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March 01, 2010

Houston sports authority to build Dynamo stadium, unless it doesn't

Newspapers have long derided their sports sections as the "toy department" — more about cheering than actual journalism — but Houston Chronicle sportswriter Jose De Jesus Ortiz's article on Friday about progress towards a new Dynamo soccer stadium takes rooting in the press box to an extreme. De Jesus Ortiz begins by declaring that Dynamo fans should be "doing cartwheels" over the fact that, notwithstanding that still no one has quite figured out how to pay for it, city and county commissioners have asked the Harris County-Houston Sports Authority to be the builders and owners of the proposed 21,000-seat stadium.

Why is this good news? Because, according to De Jesus Ortiz, the authority already built for Houston "among the best stadiums in the United States for baseball, football and basketball." And then he goes further:

Contrary to what some would have you believe, taxpayer dollars weren't used to build Minute Maid Park, Reliant Stadium or Toyota Center.
"It was very carefully drawn to tax hotel, auto and seat licenses," [state Sen. John] Whitmire said. "So they've been great cost-effective venues to benefit not only Harris County but East Texas and Texas in general. We've received a Super Bowl, a baseball All-Star Game, a World Series and other major sporting events because of these stadiums.
"It cost no property taxes. It generates an increase in property taxes, which then you use for general services. It's a win-win. The venues are built with bonds and you pledge user fees, parking, hotel, rental cars, seat licenses. Then the stadiums increase the value of the surrounding area, which creates taxes."

That's a large mouthful of justification, but none of it comes down to "no taxpayer dollars" — at best, if you believe the argument that the stadiums raised property values (without merely redirecting property increases that would have taken place somewhere in Houston anyway), it's that "the stadiums were built with taxpayer dollars, but they ended up being a good investment in the end." It's a claim that's hard to evaluate, though, since De Jesus Ortiz didn't interview any economists or urban planners for his story — his only source, in fact, is Whitmire, who is the guy who came up with the idea of the sports authority in the first place, and so might not be the most objective observer.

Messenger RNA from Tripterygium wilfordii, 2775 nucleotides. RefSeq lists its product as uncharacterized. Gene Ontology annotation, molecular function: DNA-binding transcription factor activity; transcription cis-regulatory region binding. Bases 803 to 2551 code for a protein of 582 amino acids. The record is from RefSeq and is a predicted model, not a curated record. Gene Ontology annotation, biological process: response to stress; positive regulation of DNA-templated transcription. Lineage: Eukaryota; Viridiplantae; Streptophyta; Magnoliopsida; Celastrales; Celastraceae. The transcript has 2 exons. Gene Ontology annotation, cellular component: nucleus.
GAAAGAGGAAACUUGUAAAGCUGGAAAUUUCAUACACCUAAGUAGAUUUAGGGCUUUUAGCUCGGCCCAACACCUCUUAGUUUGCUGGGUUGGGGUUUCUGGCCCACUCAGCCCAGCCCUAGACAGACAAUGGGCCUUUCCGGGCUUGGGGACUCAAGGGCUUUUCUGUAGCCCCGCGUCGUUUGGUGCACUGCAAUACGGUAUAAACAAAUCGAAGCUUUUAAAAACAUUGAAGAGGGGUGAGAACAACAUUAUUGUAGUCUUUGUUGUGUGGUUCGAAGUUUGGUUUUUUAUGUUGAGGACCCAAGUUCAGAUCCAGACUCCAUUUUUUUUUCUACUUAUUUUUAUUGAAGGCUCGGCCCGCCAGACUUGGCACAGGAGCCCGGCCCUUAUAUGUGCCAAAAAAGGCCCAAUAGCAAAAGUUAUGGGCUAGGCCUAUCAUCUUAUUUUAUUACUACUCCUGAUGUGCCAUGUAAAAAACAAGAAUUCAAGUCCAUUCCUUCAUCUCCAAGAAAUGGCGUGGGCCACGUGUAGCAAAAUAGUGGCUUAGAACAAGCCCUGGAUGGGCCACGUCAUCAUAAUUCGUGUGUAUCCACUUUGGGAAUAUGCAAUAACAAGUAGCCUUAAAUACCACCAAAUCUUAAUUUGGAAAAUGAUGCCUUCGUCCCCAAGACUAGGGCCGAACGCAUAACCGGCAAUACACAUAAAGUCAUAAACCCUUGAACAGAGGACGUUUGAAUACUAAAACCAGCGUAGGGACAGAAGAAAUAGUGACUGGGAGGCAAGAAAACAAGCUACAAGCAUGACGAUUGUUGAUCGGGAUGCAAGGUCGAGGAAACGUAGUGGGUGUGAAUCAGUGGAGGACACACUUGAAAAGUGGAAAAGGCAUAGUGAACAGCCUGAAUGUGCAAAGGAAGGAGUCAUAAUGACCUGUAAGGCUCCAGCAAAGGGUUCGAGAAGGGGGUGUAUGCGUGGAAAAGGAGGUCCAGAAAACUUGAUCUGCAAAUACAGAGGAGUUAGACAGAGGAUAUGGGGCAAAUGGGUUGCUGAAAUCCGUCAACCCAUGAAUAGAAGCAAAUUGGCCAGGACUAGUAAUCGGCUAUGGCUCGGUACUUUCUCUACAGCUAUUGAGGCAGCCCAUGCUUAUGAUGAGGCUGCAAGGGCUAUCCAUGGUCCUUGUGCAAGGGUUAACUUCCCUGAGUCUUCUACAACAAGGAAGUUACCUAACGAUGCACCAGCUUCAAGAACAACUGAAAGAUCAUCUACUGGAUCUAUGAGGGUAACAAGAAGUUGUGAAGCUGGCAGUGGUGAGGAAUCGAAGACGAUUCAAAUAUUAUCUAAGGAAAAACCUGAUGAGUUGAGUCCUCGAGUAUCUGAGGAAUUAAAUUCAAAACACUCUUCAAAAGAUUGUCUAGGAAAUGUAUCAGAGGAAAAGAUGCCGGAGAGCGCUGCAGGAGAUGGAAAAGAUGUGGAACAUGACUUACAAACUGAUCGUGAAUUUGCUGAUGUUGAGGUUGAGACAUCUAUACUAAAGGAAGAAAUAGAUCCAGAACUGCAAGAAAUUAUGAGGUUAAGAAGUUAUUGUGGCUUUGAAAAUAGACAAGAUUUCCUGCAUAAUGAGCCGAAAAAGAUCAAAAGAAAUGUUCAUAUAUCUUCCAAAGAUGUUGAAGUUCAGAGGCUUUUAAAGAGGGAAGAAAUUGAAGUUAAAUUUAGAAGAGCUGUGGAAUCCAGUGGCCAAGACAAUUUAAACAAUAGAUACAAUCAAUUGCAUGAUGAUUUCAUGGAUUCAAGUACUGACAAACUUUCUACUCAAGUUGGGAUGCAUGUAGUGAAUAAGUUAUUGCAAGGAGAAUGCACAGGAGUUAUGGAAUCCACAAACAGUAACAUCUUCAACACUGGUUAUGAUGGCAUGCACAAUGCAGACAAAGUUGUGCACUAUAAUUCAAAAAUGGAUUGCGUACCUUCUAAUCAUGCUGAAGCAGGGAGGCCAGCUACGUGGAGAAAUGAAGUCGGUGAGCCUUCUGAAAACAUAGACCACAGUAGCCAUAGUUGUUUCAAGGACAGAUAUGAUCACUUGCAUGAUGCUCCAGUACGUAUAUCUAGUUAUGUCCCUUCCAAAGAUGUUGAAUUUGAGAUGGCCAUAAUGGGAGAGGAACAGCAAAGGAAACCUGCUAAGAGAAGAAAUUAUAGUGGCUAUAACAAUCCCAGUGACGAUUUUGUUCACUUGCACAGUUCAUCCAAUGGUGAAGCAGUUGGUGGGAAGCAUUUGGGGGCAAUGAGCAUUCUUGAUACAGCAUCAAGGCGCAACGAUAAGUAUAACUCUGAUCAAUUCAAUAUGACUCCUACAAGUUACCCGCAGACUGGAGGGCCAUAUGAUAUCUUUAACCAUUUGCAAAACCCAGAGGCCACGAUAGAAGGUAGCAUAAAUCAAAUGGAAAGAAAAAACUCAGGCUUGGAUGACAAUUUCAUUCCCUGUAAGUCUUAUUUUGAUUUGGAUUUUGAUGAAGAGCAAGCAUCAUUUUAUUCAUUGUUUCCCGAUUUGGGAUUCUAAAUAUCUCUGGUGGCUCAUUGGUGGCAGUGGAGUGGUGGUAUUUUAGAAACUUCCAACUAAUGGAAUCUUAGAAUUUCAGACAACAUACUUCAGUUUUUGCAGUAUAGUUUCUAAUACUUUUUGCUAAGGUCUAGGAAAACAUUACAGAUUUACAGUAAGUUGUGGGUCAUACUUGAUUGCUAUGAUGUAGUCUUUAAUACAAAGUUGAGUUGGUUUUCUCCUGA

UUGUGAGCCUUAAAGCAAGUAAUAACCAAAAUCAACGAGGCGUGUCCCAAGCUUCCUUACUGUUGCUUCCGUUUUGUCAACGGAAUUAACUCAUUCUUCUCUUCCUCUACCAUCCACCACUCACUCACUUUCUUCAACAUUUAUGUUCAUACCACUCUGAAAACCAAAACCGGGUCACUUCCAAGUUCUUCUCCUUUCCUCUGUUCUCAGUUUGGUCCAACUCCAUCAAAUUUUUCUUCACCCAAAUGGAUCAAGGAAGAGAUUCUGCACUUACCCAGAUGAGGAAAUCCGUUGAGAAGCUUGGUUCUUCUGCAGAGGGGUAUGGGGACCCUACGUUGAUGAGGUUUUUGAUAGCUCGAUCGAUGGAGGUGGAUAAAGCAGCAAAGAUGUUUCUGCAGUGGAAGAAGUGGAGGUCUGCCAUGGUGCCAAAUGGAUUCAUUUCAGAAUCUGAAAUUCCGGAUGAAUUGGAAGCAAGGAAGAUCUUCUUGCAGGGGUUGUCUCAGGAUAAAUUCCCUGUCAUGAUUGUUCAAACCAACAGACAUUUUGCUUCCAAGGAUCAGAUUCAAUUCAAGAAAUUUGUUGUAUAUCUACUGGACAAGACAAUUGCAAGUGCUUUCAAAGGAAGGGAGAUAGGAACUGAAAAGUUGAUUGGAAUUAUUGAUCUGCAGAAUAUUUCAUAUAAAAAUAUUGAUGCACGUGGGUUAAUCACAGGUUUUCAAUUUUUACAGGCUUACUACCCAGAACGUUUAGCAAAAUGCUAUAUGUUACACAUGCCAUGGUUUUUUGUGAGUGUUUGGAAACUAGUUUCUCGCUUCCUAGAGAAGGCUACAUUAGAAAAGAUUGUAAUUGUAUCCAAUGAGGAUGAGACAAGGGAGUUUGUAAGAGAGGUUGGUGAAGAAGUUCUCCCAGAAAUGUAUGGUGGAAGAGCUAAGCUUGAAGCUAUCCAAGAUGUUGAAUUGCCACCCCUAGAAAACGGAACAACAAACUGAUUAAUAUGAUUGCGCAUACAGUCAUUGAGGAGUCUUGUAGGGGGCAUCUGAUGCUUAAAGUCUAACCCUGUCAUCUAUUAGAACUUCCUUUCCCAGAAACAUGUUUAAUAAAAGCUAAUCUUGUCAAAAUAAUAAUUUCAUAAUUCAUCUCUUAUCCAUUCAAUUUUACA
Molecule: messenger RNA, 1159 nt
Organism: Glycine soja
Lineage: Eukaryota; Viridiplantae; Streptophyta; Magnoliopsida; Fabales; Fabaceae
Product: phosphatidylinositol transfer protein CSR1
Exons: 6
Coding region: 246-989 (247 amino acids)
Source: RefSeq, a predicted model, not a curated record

Meanwhile, the more reality-based media — and yes, that'll probably be the only time I use that term to refer to a Fox TV news outlet — reports that there's a potentially large hurdle to the sports authority taking over the Dynamo stadium project, which is that the authority has a no-compete clause with the Rockets' Toyota Center that prohibits it from even discussing building a new stadium or arena within ten miles of that arena until 2013. Authority board chair Kenny Friedman says that he hopes the non-complete clause won't apply since the soccer stadium isn't planned for holding concerts; the board is expected to discuss this issue at a meeting today.


GREAT GATSBY! Where do these guys get their nerve?

Call it what they will, just ask the people who get driven out of their homes or small businesses if "increment funds" and other slick word-tricks aren't new taxes.

Hey, for those of you who enjoy reading this stuff for laughs, check out the Sacramento arena swindles - It's just about the screwiest deal on the block, and it's just getting started. Our own SacBee toyshop (the whole newspaper, not just the sports section) makes foxed-news look like a swiss watchmaker. catch it at and - I guarantee you'll leave laughing, or your taxes (oops) i mean bandwidth back. - best to all, red.

Posted by redslider on March 1, 2010 07:35 PM

Couldn't the issue with the sports authority just be sidestepped by the fact the stadium likely wouldn't be ready until 2013 anyway. Just hand it off when it's complete.

Posted by Dan on March 1, 2010 08:29 PM

"notwithstanding that still no one has quite figured out how to pay for it"


These are the facts of the Dynamo Stadium proposal.

1. The City of Houston has purchase the land.
2. The City of Houston will dedicate $10 million in TIRZ funding to pay for infrastucture (sewers roads etc)
3. Harris County will join the TIRZ and provide an additional $10 million in TIRZ funds for infrastructure.
4. Harris County will reimburse the City of Houston for 50% of the land.
5. AEG (The Dynamo) will design, and construct the stadium dedicating $60 million of their own money.
6. AEG (the Dynamo will be responsible for all maintenance and improvements at the stadium.
7. TSU will be allowed to use the stadium for all of their home games.
8. When completed, the stadium will become the property of Harris County and the City of Houston who will lease it back to the Dynamo for a specified period of time.
9. At the end of the lease - the City and County will gain full title to the stadium.

The stadium is not being built with taxpayer dollars - it is being built solely by the Dynamo. All the City and County are being asked to do is to pay for the infrastructure (fix the roads, sewers and other things that local government normally does.)

Posted by Nigel Brooks on March 1, 2010 09:14 PM

Right, that's the proposal. I guess it's been "figured out" in the same way that Congress has figured out health reform and Obama has figured out withdrawal from Afghanistan, but that's not usually what people mean by that term.

Posted by Neil on March 1, 2010 11:47 PM

Nigel Brooks: And how much will that cost Houston taxpayers? (From hcnonline,"Houston and Harris County would have to sign off on creating a special taxing district that would help provide the $20 million of infrastructure needed to complete a stadium.")

Posted by Juan Pardell on March 2, 2010 02:24 AM

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